As a kid, everyone fantasises about getting to sample ice cream and cookies as a full-time career. The reality is the job is very detail-oriented and very repetitive.
When evaluating a product, testers can't just label it as "good" or "bad." Instead, a mathematical score has to be given for every aspect of the food, with testers identifying the strength of each specific flavour.
"It requires such a high level of concentration," one taste-tester told TODAY.com.
Sometimes a tester will have to sample a specific product, such as a cookie or cracker, for weeks on end.
"You're getting graded on what you do, so it's kind of stressful. You want to do a good job, and it's totally quantitative. You go into test-taking mode," the taste-tester added.
Anyone who grew up watching "Sex and the City" dreamed of living like Carrie Bradshaw, but in reality, you need plenty of personal funding to support a career as a writer.
"Sex and the City" painted a romantic version of a writer's life. Viewers watched Carrie Bradshaw parade around New York City in designer clothing, sipping champagne, and living off a writer's salary.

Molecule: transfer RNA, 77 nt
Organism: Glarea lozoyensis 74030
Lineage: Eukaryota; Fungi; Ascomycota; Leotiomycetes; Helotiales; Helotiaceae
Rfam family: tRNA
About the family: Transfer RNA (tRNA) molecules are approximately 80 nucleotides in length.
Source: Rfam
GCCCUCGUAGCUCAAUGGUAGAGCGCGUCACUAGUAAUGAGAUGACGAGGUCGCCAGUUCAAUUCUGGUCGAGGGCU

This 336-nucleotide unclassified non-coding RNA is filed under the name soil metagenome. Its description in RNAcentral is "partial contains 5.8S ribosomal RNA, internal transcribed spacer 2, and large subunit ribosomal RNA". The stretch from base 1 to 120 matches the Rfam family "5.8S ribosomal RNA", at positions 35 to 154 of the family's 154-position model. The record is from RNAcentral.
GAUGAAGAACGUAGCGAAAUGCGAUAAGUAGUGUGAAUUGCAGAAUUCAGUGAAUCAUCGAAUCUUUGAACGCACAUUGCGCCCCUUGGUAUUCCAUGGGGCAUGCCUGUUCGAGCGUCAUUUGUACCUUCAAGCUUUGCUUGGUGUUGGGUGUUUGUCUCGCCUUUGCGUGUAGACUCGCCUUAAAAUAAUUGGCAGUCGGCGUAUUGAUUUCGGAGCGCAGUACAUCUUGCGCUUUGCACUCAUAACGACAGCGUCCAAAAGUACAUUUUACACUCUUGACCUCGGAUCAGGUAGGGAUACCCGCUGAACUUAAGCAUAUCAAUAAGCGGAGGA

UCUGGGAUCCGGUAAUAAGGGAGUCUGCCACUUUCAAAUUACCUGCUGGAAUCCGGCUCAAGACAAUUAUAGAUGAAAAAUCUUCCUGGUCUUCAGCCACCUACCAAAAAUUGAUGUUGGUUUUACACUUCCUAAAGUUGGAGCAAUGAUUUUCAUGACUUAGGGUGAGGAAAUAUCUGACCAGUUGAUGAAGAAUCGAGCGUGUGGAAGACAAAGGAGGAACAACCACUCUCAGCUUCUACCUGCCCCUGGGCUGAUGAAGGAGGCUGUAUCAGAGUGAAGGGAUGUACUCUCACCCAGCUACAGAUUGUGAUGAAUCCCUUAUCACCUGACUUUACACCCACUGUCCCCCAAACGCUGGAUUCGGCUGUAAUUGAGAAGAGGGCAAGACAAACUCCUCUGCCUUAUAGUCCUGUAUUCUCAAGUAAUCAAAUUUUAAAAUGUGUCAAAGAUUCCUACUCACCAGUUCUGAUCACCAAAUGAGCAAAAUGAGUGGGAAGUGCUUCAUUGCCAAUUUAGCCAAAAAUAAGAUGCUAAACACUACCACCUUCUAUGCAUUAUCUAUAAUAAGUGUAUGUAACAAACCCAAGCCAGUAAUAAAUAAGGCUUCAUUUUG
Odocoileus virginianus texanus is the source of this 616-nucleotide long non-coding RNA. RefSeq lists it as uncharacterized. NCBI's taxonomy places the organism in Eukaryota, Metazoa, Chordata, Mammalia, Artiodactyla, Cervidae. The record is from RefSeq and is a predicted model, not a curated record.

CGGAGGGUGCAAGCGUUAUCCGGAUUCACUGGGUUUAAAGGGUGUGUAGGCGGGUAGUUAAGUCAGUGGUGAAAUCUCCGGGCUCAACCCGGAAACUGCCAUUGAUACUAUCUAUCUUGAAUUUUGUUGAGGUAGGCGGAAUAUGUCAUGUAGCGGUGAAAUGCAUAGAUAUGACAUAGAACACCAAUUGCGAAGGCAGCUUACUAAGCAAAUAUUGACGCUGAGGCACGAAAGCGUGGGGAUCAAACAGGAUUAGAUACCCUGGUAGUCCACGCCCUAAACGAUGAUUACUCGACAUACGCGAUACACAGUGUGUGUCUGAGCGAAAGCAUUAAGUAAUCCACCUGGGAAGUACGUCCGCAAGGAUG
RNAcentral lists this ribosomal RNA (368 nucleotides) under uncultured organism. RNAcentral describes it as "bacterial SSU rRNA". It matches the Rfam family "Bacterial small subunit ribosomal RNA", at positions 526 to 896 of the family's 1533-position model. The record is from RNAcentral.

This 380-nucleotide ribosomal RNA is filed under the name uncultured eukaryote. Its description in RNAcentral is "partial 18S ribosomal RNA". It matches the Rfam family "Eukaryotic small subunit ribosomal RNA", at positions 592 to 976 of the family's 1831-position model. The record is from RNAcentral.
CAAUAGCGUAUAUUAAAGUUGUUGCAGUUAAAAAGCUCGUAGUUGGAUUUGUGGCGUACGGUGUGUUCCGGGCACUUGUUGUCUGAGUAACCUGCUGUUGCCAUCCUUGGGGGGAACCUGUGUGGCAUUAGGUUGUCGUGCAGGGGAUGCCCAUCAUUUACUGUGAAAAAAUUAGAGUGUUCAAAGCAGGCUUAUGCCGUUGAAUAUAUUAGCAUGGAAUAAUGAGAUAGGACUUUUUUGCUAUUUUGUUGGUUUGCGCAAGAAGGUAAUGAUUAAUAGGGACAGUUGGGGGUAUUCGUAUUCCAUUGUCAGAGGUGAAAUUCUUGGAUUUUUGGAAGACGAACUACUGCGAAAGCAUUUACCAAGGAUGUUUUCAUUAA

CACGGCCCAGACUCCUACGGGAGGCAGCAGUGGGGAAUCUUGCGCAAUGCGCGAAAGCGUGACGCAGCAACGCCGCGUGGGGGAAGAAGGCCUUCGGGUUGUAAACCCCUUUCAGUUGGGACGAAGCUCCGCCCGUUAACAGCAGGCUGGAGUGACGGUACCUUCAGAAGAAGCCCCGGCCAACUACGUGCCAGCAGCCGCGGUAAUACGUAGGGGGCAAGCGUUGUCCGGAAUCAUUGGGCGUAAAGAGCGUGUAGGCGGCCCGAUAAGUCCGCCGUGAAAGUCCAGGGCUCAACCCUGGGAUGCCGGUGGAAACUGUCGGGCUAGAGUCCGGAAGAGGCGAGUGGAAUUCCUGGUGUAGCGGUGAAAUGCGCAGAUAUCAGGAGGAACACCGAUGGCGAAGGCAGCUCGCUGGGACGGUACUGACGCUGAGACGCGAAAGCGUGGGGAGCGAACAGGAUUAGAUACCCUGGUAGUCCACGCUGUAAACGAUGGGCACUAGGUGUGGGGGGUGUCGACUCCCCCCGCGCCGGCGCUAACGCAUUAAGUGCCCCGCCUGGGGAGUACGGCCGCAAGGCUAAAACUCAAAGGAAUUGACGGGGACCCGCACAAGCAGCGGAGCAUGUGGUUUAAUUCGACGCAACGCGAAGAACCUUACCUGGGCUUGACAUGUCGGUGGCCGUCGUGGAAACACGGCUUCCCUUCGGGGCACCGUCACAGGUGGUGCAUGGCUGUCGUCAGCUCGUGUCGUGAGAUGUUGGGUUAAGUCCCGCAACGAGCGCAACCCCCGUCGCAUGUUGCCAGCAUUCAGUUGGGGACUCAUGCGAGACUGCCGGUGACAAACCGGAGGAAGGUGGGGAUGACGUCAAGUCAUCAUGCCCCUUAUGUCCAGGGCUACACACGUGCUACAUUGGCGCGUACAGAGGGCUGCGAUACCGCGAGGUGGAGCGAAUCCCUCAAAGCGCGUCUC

Unfortunately, it's rare to be able to support this lifestyle (or anything close to it) on a writer's salary alone.
In a 2018 Author's Guild Study, the median income of all published authors for all writing-related activity was $6,080 (R96,000) in 2017, down from $10,500 (R167,000) in 2009.
Oftentimes, writers have to work multiple jobs, copy edit, or rely on a partner or family's financial support to follow their dreams.
Neville Frankel, author of the historical novel "Bloodlines," recommends writers "live in the attic or the basement; do whatever jobs you need to make ends meet. If you're fortunate enough to have a partner or spouse with a job, make a deal to support each other financially."
In an article author Lynn Steger Strong wrote for the Guardian, she explains that plenty of writers don't openly discuss how they are funding their careers, creating an illusion that making a living off writing is possible, as long as you put in the work. But at the end of the day, she says writing simply requires a lot of time and space - two factors that a person of privilege has way more access to.